To the Gen Zer in Seat 31D

I have never been to Knoxville until now.

Or, I should say, 10p.m. last night.

Rocketing through the storm soaked atmosphere of Tennessee at 500mph on a 787. The turbulence was batting us around like the little silver balls in the pinball machines of my grandmother’s basement we used to abuse as children. We’d slam the buttons as hard as we could, trying our damndest to send the little silver sphere streaking and tearing about.

Maybe it was karma, I thought, as a jolt knocked my elbow off the armrest into the mild mannered Gen Zer next to me. She gave me a slightly nervous but forgiving smile without saying anything. Neither of us wanted to wake the sleeping toddler in my arms. The one who’d cried and cried before crashing into a deep sleep. “Dodo,” she’d begged me between her tears. It means sleep in French and is a common phrase Cajun mothers whisper over their babes as those slip into slumber. Without my asking, the Gen Zer retucks the sweatshirt I’d balled up under my arm. I return the silent smile. She doesn’t know how much her small kindness means after my day.

A few hard “PAP PAP PAPs” in a row, the kind that make you feel like you’re sliding down stairs on your butt versus gliding through the air. The kind that sound like your luggage won’t be where you left it. I breath in a deep, long breath and try the meditative tricks my yogi friend suggested. “Pretend your toes are in the sand.” I’m sure she put it more elegantly than that, but it’s all my addled brain came conjure up. I close my eyes and listen to the stewardess’ chatty laughter behind me from where they’re strapped in. The one who’d played peek-a-boo with Andi (my daughter) and given me a free pair of headphones.

We land at 9:27 (two minutes after they’d announced, but who’s counting?). The sleeping toddler stays sleeping. A sweet couple across the row from me motions to the overhead bins and whisper, “Is your bag up there?”

I nod.

The round wife with the heavily painted eyebrows motions to her leathery husband at the same moment he gives me a bouncing thumbs up. He is leathery with kind eyes and a straw cowboy hat. When I go to take the bag from him, he waves me on, carrying it all the way to the top of the breezeway. I have to wait on a stroller, so we exchange doting looks: mine says, “you don’t know what such sweetness means to me on days like today.” Theirs says, “We’d give anything to have these days again.”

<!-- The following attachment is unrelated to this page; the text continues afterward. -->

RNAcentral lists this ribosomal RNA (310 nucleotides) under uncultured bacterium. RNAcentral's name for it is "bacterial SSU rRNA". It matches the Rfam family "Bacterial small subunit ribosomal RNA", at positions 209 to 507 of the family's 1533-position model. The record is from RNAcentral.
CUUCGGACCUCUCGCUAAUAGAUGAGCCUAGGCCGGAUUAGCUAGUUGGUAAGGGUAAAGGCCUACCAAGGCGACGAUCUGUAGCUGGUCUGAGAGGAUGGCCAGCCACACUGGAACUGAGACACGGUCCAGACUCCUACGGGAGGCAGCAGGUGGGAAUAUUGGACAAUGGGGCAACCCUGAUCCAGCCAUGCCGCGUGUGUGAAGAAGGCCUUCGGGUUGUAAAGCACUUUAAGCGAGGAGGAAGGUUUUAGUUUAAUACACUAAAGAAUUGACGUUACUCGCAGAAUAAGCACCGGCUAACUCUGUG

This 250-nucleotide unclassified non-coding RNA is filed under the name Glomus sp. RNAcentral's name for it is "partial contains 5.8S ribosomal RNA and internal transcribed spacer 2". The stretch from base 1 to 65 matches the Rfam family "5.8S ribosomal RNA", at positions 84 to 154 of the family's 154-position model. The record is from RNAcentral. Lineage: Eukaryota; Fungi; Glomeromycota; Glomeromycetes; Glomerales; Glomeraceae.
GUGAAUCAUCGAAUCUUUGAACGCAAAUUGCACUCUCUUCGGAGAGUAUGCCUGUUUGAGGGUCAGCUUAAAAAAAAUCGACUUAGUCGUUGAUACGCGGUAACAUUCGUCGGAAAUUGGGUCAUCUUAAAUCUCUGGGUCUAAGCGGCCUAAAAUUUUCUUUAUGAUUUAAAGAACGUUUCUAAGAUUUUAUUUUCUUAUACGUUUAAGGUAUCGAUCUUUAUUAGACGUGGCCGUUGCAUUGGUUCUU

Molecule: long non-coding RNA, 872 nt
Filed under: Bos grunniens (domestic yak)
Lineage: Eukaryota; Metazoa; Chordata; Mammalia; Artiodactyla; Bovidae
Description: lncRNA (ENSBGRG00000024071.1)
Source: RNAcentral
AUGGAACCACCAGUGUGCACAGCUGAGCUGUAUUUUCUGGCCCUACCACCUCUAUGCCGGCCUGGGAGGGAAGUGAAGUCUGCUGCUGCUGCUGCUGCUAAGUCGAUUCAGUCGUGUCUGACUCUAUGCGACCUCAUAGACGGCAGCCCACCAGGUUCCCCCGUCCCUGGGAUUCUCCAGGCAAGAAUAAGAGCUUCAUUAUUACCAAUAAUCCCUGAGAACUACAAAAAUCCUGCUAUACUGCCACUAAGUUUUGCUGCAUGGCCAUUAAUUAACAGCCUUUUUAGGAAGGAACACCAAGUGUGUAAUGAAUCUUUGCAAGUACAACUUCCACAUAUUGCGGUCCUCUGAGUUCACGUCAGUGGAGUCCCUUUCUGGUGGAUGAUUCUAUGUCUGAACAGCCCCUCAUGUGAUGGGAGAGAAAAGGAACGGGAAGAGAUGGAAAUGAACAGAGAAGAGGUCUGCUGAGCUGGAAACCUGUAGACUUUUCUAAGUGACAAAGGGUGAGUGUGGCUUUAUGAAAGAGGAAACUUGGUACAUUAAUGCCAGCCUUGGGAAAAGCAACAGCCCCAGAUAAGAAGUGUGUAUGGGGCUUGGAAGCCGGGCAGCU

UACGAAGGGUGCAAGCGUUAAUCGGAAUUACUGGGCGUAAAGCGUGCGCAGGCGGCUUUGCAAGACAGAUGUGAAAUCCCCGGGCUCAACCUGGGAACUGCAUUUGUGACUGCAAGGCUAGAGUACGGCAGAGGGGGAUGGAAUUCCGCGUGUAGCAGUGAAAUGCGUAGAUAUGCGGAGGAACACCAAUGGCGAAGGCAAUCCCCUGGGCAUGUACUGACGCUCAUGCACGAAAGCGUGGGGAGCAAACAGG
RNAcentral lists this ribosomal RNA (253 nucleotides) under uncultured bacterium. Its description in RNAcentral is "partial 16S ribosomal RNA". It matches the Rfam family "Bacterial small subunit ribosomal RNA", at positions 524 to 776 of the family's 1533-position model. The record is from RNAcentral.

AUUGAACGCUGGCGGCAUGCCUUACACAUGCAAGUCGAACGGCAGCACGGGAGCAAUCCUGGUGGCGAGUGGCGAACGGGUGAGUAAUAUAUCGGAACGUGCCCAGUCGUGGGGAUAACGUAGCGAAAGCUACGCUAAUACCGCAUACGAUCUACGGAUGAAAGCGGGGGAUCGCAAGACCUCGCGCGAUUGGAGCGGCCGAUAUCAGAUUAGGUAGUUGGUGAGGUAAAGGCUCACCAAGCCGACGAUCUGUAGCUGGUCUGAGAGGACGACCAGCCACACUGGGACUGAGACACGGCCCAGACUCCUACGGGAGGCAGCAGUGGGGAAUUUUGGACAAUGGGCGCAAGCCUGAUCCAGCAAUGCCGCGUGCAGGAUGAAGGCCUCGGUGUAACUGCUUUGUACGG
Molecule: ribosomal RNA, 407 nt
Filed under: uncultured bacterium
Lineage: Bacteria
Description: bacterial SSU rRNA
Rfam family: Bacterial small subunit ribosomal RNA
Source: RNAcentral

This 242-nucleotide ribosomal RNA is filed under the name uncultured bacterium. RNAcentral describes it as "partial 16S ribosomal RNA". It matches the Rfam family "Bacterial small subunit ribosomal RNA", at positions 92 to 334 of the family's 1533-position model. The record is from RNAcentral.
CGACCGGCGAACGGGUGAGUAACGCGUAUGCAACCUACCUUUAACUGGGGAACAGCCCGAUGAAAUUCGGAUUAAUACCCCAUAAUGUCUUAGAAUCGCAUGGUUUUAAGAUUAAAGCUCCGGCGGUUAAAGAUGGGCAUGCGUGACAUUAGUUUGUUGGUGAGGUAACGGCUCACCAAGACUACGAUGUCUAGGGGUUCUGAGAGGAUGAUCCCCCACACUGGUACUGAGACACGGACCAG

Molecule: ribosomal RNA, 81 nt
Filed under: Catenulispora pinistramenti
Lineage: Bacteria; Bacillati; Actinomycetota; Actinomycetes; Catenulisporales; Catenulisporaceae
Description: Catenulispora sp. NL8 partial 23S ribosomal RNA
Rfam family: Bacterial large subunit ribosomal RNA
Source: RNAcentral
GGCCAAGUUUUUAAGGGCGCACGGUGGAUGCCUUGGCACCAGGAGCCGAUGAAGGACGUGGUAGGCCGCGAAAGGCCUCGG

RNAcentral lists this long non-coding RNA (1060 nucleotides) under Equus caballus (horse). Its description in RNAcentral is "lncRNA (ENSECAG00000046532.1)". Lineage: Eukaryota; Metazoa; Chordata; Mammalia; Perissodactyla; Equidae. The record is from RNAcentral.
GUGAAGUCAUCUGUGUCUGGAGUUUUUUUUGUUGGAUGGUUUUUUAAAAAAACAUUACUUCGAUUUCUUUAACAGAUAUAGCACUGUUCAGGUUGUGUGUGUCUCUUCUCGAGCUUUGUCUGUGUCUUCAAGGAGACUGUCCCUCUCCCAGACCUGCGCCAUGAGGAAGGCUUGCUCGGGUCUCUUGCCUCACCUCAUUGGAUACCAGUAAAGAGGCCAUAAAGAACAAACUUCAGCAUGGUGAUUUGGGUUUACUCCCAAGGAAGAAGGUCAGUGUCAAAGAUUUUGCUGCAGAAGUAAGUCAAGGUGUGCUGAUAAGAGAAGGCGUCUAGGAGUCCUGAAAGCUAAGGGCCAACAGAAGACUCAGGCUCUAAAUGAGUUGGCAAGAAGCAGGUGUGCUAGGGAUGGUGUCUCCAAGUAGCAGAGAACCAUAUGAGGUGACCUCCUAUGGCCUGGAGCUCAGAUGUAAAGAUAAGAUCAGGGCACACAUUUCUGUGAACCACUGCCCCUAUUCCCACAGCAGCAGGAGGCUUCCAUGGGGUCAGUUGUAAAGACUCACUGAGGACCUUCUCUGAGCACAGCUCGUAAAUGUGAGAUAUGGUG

The stroller comes. It’s soaked with rain and in two pieces as opposed to the one I’d left it in. All I have to do is lift a lever and pull up on a handle doohickey in one motion. It takes two hands. And no sleeping toddler. I whisper an obscenity under my breath, crouching on legs stiff with adrenaline as I try the lever. Another hushed obscenity. The baby starts to stir in my arms. She lets out a heartbreaking whimper that says, “Why do you insist on hauling me all over the country when I have a perfectly good crib at home with my literal name on it?”

Just as I’m calculating what level on the Richter scale Andi would reach if I set her on the floor, a thick Tennessee drawl pours over my shoulder.

“Do you need help, hon?” I turn to find a man, likely in his eighties, staring at me with sympathetic eyes. I take a quick glance past him and take note of the two or three other men who’d also come lend a hand.

“That would be great,” I whisper. He gets the bougie new stroller’s lever-handle-doohickey mechanism in one motion, like he’s done it for decades. He snaps the two pieces together, and as I lay my sweatshirt on the wet seat and place the baby inside, he whispers, “God bless you mothers, you go through enough.” I look up and tell him thank you. He squints a smile from under his worn UT hat. If feels like a massively underwhelming thing to say.

I’d rather tell him, and the leathery couple who got my bag, and the Gen Zer who tucked us in, and the seatmate from our first leg who played us “Cocomelon” from her phone, and the TSA lady who held Andi while I put my shoes on, that they are how I know the world is still good. That I know they make up most of humanity. That just because their acts are quiet, doesn’t mean they don’t resound. That I don’t feel alone because of them, even when I am.

None of them stopped and first asked me who I voted for, what religion I cling to, my opinion on the Dobbs decision, how I feel about the ice caps, or whether I’ve been boosted. Because in solid reality of the flesh and blood real world, we still hold each other dear. Our humanity is what we share in common. And it is by far enough.

I read a mantra a few days back that said,

“If you feel like everyone hates you, take a nap.

If you feel like you hate everybody, eat something.

If you feel like everybody hates each other, go outside.”

I think that last bit is especially true. I know it, and you know it. We all know it, but somehow we still forget so easily to just put it all down and go outside.

Or in our case, go flying with a toddler.

3 responses to “To the Gen Zer in Seat 31D”

  1. This is so sweet! Had me tearing up remembering a flight I took to visit my sister in Pennsylvania… alone with 4 year old Nolan and 2 year old Camille in tow, just a mere 9 months after 911. The kindness shown to me by strangers was so heartwarming. You’re a beautiful, talented writer and artist! I Love you!

    Like

    • I can’t even imagine doing 2 alone! It really is a refresher in humanity to travel with your kids. People go above and beyond, often people you’d last expect it from! Thank you for your sweet words. I love and miss you!

      Like

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